1. Make sure main.xml is closed, then right click it in the project’s /res/layout folder and select Delete to delete the file.
  2. Right click the layout folder and select New > Other... to display the New dialog.
  3. In the Android node, select Android XML File and click Next > to display the New Android XML File dialog.
  4. Configure the file name, location and root layout for the new main.xml file as shown in Fig. 3.10, then click Finish.
    Fig. 3.10

    Fig. 3.10 Creating a new main.xml file in the New Android XML File dialog.

Configuring the Visual Layout Editor’s Size and Resolution

Figure 3.11 shows the new main.xml file in the Visual Layout Editor. Android runs on a wide variety of devices, so the Visual Layout Editor comes with several device configurations that represent various screen sizes and resolutions. These can be selected from the Device Configurations drop-down list at the top-left side of the Graphic Layout tab (Fig. 3.11). If these predefined configurations do not match the device you wish to target, you can create your own device configurations from scratch, or by copying and modifying the existing ones.

Fig. 3.11

Fig. 3.11 Visual Layout Editor view of the app’s default GUI.

Our primary testing device for this book was the Samsung Nexus S, which has a 4-inch screen with 480-by-800 (WVGA) resolution. When designing an Android GUI, you typically want it to be scalable so that it displays properly on various devices. For this reason, the Visual Layout Editor’s design area does not need to precisely match your actual device’s. Instead, you can choose a similar device configuration. In Fig. 3.11, we selected the 3.7in WVGA (Nexus One) option—this device has the same WVGA resolution as the Nexus S, but a slightly smaller screen size. Many of today’s smartphones have 480-by-800 or 480-by-854 resolution.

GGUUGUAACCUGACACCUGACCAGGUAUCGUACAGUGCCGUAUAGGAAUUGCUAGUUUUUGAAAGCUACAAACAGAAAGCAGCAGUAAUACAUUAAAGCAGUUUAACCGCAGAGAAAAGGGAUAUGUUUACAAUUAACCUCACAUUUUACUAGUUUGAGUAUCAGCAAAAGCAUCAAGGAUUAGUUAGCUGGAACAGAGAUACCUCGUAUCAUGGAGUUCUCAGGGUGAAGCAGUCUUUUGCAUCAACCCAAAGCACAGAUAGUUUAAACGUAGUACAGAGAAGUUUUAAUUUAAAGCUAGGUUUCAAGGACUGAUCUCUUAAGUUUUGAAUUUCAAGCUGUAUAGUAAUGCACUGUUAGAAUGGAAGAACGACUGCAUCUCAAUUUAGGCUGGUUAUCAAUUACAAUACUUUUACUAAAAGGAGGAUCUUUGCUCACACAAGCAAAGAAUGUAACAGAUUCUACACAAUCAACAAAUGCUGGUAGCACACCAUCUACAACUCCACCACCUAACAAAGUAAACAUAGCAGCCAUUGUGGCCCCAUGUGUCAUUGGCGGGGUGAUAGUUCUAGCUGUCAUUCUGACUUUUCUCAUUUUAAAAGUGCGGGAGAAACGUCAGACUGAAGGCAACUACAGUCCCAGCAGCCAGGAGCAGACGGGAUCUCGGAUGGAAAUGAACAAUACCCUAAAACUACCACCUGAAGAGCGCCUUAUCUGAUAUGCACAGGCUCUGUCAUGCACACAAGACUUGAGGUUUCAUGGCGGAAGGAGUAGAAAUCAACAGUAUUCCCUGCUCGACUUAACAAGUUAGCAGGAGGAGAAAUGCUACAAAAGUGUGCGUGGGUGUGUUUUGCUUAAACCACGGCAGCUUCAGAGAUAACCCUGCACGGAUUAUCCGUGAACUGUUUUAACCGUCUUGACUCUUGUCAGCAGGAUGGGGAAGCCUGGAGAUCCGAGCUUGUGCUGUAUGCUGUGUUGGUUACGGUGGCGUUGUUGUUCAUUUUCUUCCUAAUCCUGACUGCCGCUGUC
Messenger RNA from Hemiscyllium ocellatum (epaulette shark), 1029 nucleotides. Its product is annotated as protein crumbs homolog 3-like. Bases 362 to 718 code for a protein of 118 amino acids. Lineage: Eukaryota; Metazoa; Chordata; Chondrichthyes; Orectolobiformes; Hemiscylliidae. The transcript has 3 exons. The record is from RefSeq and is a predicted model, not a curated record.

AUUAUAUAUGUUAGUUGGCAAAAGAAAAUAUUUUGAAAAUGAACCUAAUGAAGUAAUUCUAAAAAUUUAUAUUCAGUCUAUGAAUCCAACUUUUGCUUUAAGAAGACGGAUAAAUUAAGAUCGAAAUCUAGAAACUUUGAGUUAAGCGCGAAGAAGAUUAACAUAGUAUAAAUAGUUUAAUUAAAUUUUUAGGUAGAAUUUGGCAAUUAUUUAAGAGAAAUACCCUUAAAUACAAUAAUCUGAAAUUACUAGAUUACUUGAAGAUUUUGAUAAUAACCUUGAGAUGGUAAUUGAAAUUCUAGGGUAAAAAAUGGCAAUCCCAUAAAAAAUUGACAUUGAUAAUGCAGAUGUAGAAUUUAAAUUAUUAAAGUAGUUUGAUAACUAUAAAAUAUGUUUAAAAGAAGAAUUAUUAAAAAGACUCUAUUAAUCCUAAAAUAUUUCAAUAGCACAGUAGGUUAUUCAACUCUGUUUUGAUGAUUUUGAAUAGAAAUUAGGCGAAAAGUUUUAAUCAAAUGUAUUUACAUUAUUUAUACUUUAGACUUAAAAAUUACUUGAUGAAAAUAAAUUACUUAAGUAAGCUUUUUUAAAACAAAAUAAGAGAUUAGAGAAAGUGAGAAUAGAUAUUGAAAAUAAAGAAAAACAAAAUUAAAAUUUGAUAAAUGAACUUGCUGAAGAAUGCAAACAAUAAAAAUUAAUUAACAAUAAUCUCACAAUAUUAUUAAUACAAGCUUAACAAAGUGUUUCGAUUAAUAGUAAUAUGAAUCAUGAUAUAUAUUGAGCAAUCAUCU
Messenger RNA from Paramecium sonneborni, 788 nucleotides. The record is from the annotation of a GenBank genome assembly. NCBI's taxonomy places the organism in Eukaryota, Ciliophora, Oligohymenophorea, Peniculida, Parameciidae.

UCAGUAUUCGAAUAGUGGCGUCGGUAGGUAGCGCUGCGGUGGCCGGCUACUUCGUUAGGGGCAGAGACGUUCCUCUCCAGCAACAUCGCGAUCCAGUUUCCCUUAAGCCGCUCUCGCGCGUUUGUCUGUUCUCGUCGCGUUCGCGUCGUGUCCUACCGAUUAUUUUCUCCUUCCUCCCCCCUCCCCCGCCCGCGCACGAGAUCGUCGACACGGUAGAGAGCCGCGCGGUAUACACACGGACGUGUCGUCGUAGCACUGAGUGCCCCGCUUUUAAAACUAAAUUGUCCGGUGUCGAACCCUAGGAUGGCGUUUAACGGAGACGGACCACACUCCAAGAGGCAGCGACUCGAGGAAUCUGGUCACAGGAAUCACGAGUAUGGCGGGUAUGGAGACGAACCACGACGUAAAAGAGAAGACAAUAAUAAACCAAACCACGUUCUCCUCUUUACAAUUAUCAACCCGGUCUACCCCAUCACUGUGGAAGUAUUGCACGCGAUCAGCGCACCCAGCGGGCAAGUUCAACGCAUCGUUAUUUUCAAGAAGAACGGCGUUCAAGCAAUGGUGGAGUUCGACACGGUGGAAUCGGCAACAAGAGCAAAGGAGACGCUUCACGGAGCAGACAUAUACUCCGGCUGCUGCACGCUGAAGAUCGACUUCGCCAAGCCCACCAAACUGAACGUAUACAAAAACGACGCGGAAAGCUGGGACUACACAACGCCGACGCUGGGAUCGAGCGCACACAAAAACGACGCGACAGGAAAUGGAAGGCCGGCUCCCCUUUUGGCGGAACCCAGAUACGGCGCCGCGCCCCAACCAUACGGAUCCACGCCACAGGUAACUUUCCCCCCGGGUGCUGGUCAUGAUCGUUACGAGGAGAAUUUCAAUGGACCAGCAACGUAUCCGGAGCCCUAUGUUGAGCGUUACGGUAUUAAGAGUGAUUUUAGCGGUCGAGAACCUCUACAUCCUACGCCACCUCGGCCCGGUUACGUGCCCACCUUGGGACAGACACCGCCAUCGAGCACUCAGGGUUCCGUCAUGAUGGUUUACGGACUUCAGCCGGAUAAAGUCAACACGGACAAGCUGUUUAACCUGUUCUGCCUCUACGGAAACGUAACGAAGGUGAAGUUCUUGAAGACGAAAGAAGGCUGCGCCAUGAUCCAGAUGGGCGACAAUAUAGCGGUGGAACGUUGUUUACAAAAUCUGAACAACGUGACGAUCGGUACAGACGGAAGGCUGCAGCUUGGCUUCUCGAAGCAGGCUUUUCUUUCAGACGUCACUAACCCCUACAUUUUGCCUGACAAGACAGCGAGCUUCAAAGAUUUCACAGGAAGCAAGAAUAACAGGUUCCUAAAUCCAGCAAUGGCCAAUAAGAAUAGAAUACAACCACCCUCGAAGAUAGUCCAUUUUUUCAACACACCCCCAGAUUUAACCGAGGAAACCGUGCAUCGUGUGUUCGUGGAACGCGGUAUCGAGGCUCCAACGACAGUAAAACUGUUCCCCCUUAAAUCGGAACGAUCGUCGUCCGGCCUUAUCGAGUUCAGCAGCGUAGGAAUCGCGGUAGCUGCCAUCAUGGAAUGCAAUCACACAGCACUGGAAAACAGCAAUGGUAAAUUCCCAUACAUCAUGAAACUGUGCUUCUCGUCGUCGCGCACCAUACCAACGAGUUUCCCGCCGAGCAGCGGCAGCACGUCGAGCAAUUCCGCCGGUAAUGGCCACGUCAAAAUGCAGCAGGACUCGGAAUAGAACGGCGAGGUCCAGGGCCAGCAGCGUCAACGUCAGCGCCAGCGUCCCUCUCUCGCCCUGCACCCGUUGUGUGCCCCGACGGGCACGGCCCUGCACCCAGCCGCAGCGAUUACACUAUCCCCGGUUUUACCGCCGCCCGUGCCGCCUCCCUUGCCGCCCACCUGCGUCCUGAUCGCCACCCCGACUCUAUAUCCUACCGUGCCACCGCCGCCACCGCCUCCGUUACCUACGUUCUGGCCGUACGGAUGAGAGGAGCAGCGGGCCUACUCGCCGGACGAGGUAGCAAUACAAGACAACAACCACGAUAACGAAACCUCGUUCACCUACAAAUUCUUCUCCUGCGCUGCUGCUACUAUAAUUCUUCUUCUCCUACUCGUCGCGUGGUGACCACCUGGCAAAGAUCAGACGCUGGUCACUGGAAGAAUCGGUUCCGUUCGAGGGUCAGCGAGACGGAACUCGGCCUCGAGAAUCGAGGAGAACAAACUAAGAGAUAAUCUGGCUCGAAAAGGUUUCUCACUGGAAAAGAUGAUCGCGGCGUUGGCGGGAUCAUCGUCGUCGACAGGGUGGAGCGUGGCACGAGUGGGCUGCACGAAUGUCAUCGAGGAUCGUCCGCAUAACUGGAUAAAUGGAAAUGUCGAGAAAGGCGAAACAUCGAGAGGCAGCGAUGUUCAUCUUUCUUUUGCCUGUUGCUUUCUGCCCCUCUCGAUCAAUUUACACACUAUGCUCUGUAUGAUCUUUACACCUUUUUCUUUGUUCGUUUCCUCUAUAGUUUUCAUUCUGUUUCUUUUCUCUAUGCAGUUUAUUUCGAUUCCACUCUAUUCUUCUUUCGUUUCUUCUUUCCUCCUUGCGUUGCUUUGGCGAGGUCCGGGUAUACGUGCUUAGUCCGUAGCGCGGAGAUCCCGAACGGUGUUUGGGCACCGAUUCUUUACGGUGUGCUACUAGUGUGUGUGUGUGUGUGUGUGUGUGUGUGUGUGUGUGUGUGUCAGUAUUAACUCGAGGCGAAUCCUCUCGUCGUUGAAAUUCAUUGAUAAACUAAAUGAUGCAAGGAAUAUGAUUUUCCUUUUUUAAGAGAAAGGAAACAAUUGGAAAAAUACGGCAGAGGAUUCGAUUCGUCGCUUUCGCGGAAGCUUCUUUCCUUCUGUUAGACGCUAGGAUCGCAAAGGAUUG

Images and Screen Sizes/Resolutions

Because Android devices have various screen sizes, resolutions and pixel densities (that is, dots per inch or DPI), Android allows you to provide separate images (and other resources) that the operating system chooses based on the actual device’s pixel density. For this reason your project’s res folder contains three subfolders for images—drawable-hdpi (high density), drawable-mdpi (medium density) and drawable-ldpi (low density). These folders store images with different pixel densities (Fig. 3.12).

Fig. 3.12 Android pixel densities.

Density

Description

ldpi

Low density—approximately 120 dots-per-inch.

mdpi

Medium density—approximately 160 dots-per-inch.

hdpi

High density—approximately 240 dots-per-inch.

xhdpi

Extra high density—approximately 320 dots-per-inch.

nodpi

Indicates that a resource should not be scaled regardless of screen density.

Images for devices that are similar in pixel density to our testing device are placed in the folder drawable-hdpi. Images for medium- and low-density screens are placed in the folders drawable-mdpi and drawable-ldpi, respectively. As of Android 2.2, you can also add a drawable-xhdpi subfolder to the app’s res folder to represent screens with extra high pixel densities. Android will scale images up and down to different densities as necessary.

Step 1: Adding Images to the Project